November 16, 2001―February 2, 2002
Exhibitor: Kazunari Sakamoto
I have come to think that my desire is to free the space of architecture from several frames. It’s also that I have come to seek a space of freedom that has not yet been seen. This type of space will release our bodies and spirits from various binds, and make possible its own communication to the world. This space, however, is not within a special place or a special time. I have come to believe it is a place within the continuation of ordinary time.—Kazunari Sakamoto
June 9―August 10, 2001
Exhibitor: Kazuhiko Namba
The word “box” usually conjures images of closure. However, to me a box is a primary place grown out from a space where there was nothing. To make space into a building, we must utilize some kind of substance to construct a box. To turn box into a place, the number of substances should be kept to a minimum, and what substances there are should be used effectively. My series of the Box-Houses began as an attempt to achieve that objective.—Kazuhiko Namba
April 12―May 26, 2001
Planning and Producition: Team Ⅲ/Tadao Ando Laboratory, Department of Architecture, Graduate School of Engineering, the University of Tokyo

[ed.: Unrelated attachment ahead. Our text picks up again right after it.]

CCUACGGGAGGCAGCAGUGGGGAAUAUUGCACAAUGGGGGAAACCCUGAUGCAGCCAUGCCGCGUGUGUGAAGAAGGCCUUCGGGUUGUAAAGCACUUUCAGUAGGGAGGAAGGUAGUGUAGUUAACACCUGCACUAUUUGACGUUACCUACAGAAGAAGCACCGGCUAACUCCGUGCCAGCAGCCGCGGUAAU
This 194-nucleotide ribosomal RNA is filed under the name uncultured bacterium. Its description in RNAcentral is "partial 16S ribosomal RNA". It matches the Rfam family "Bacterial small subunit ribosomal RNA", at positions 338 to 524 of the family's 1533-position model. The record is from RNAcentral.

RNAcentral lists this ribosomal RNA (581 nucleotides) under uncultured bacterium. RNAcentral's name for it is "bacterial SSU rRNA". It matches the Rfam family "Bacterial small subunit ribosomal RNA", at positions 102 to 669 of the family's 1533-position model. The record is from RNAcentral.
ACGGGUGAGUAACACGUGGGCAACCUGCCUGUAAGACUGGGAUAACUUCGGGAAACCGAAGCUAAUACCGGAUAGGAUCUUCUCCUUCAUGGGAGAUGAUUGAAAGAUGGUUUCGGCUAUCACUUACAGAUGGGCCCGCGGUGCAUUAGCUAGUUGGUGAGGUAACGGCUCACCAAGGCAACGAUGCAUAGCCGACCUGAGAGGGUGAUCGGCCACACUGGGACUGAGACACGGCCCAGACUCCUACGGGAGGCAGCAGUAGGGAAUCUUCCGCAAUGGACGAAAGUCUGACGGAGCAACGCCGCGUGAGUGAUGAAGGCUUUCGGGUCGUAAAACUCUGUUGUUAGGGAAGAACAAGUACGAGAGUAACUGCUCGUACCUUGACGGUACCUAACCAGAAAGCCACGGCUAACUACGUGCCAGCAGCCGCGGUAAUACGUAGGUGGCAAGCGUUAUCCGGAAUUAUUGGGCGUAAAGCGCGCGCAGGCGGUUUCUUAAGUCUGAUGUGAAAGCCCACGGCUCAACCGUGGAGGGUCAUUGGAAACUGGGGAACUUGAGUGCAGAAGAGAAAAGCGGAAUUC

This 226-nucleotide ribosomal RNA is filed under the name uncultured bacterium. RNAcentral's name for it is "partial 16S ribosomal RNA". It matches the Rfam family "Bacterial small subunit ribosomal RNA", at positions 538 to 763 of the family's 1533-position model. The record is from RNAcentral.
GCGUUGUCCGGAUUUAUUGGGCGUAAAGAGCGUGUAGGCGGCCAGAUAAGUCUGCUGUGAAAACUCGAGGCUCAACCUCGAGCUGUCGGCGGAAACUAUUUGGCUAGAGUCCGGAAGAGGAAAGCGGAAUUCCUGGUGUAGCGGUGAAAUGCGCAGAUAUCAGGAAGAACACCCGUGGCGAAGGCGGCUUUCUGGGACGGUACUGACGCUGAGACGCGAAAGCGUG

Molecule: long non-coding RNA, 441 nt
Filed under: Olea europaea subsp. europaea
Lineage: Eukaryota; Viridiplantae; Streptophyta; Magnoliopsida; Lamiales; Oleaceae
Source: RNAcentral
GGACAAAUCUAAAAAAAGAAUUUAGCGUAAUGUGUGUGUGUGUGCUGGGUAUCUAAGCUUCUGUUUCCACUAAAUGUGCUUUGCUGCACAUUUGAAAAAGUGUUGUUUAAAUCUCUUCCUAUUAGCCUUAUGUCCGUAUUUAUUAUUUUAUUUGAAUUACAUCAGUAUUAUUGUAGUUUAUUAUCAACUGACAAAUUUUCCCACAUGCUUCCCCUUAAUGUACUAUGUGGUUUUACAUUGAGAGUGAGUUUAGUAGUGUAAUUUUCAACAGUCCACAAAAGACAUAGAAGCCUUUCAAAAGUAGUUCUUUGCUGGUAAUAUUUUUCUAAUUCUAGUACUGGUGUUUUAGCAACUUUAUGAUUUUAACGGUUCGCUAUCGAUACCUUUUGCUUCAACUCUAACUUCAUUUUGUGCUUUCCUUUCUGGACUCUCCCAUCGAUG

Direction: Tadao Ando, Manabu Chiba
This project examines Le Corbusier through his houses. Widely recognized as the greatest architect of the twentieth century, Le Corbusier engaged in a broad range of creative activities—city planning, achitecture, painting, sculpture, writing and editing—but had an abiding interest in houses. The exhibition is an attempt to get as close as possible to the real Le Corbusier as opposed to the main about whom so much has already been said and written.—Team Ⅲ
January 20―March 24, 2001
Exhibitor: Arata Isozaki
One day, I realized that throughout the world unbuilt projects have become the sole subject of discussion among architectural historians. Paradoxically, unbuilt projects—projects that are unbuilt, that are never expected to be built, that are not intended to be built or that in no way can be built—have come to consitute architectural history.—Arata Isozaki